Food and Eating: An Anthropological Perspective
– By Robin Fox
The Quest for the Holy Quail
This goes along with the modern obsession with diets. Previously, diets were only for health reasons, rarely to do with weight and appearance as such. Now they are mainly concerned with weight reduction, significantly referred to as "slimming," the slim figure rather than the healthy body being the aim despite pious claims to the contrary. They are a major part of the food-fashion industry. In fact, none of them work. If any one did, then there would not be so many and we would not be faced almost weekly with the announcement of a new and infallible one. They come in quick succession: the Scarsdale Diet, Nathan Pritikin’s Maximum Weight Loss Diet, the Palm Beach Diet, the Rotation Diet, the Beverly Hills Diet, Dr. Atkin’s Diet Revolution, the Banana-Milk Diet, the I Love New York Diet, Kempner’s Rice Diet, the Magic Mayo Diet, Dr. Stillman’s Quick Inches Off Diet, and numerous others. (Note the use of "classy" names to attract the diet snobs. It’s amazing that we haven’t had the Harvard Diet yet - the Princeton Diet has arrived. The magic of California as diet heaven has given us the UCLA Diet, or the California Slim, as it is popularly known.)
In fact, in order to lose weight (and this is only "healthy" in extreme cases), the only useful diet is to exercise and eat much less food, as Dr. Howard fully understood. But the business of how not to eat too much food has paradoxically turned into one of the biggest food industries. It has become the science of what to eat and not gain weight - more or less impossible with any reasonable calorific regime. Studies have shown that diets more often than not lead to weight gain! Because the body does not know the difference between dieting and starving, once a severe dietary regime is concluded it will voraciously store food as fat as a protection against further unreasonable onslaughts. But it is with diets that fashion and fads play their largest part. Diets have replaced the weather as the basic item of polite conversation.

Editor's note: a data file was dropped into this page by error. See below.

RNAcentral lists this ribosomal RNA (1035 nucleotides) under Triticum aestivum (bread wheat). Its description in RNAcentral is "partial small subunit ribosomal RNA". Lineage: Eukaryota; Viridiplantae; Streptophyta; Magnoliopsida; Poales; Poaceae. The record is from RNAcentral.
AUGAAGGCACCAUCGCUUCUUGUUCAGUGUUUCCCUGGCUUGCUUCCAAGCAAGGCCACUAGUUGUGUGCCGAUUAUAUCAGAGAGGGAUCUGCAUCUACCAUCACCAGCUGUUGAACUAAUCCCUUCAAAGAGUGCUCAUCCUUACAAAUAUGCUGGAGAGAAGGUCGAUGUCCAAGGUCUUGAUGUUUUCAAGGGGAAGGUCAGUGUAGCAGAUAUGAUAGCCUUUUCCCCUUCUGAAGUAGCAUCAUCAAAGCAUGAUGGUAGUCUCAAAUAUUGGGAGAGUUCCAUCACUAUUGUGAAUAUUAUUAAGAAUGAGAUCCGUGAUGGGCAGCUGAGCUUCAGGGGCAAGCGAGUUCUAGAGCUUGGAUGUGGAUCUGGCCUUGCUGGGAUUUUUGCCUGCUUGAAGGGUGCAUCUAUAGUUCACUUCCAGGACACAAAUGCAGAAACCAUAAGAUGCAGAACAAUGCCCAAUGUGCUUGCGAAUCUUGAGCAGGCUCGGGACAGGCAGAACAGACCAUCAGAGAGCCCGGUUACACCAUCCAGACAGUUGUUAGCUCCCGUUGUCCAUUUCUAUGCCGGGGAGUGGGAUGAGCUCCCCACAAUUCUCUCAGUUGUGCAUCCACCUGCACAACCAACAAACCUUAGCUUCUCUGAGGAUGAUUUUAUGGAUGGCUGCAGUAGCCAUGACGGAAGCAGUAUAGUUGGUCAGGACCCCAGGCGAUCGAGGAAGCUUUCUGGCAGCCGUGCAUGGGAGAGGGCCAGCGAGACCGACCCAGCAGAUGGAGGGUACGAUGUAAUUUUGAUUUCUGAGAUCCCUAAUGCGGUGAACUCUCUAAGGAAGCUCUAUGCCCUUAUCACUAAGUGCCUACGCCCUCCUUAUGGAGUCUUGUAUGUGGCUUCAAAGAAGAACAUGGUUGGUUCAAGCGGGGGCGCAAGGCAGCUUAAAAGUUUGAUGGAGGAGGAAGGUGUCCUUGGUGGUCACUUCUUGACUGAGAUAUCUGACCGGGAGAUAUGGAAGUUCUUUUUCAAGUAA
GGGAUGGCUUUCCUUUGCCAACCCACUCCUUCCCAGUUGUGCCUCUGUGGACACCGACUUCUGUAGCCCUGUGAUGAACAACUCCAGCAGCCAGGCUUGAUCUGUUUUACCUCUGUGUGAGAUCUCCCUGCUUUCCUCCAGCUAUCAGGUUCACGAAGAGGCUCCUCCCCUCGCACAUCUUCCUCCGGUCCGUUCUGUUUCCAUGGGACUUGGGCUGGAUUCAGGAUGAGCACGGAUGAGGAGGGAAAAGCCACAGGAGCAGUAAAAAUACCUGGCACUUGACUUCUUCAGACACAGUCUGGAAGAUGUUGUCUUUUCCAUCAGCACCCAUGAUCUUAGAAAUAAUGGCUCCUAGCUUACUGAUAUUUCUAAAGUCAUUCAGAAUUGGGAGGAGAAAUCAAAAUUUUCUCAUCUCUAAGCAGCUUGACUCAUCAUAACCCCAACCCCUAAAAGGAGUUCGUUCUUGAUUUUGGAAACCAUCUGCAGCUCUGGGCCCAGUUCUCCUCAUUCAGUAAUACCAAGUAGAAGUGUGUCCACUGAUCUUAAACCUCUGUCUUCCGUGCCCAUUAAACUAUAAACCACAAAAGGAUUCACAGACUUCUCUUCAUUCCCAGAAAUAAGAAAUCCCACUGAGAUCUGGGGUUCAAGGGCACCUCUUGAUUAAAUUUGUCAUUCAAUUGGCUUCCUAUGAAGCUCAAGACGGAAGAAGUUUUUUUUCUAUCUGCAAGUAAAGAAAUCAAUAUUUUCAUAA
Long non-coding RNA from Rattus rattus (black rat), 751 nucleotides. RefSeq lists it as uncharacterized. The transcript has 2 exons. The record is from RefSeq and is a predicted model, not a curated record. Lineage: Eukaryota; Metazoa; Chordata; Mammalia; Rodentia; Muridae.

This is all part of a general utopianism that characterizes Western society: the search for the perfect life comes to embrace the search for the perfect food (the Quest of our section heading). And, like other utopianisms, this easily tips over into fanaticism. With the zeal of religious sectarians, people organize to hunt down restaurants that offend against the latest dietary fads. The New York Daily News has a full-time food reporter whose job is to make surprise visits to restaurants to test the cholesterol levels in their foods, and to award a special symbol - a heart crossed with a knife and fork - to those combining low levels with "gourmet"-quality food. In fact, there is no scientific evidence that dietary cholesterol on its own is harmful; it only becomes so when it interacts with saturated fat. But that gets too complicated for the tabloids dedicated to protecting us from the wickedness of non-cholesterol-conscious cooks. In the pursuit of perfection, to be on a diet illustrates that you are a worthy and serious person, not a slob. It is the Puritan Ethic applied to food. It has also spawned the monstrosity known as (of course) "nouvelle cuisine" in which infant-sized portions are arranged with cubist sensitivity and pastel-colored sauces, and which drive normal adults to consume huge numbers of dinner rolls to avoid a feeling of starvation. Obesity has become for our present age what adultery was for our Victorian forebears. The real modern descent into sin and wickedness is a dieter who goes on a junk food binge. And hunting down offenders against food purity joins the list of popular witch hunts along with smokers, polluters, and people who use sexist pronouns. The State of New Jersey, in one of those frightening flashes of "Big Brother Knows Best" that frequently overtake governments, passed a law that forbad the serving in restaurants of fried eggs "sunny side up" because of the danger (slender) of salmonella poisoning. Public outcry caused it to repeal this food fascism in short order, which restores one’s faith in the vox populi - a bit.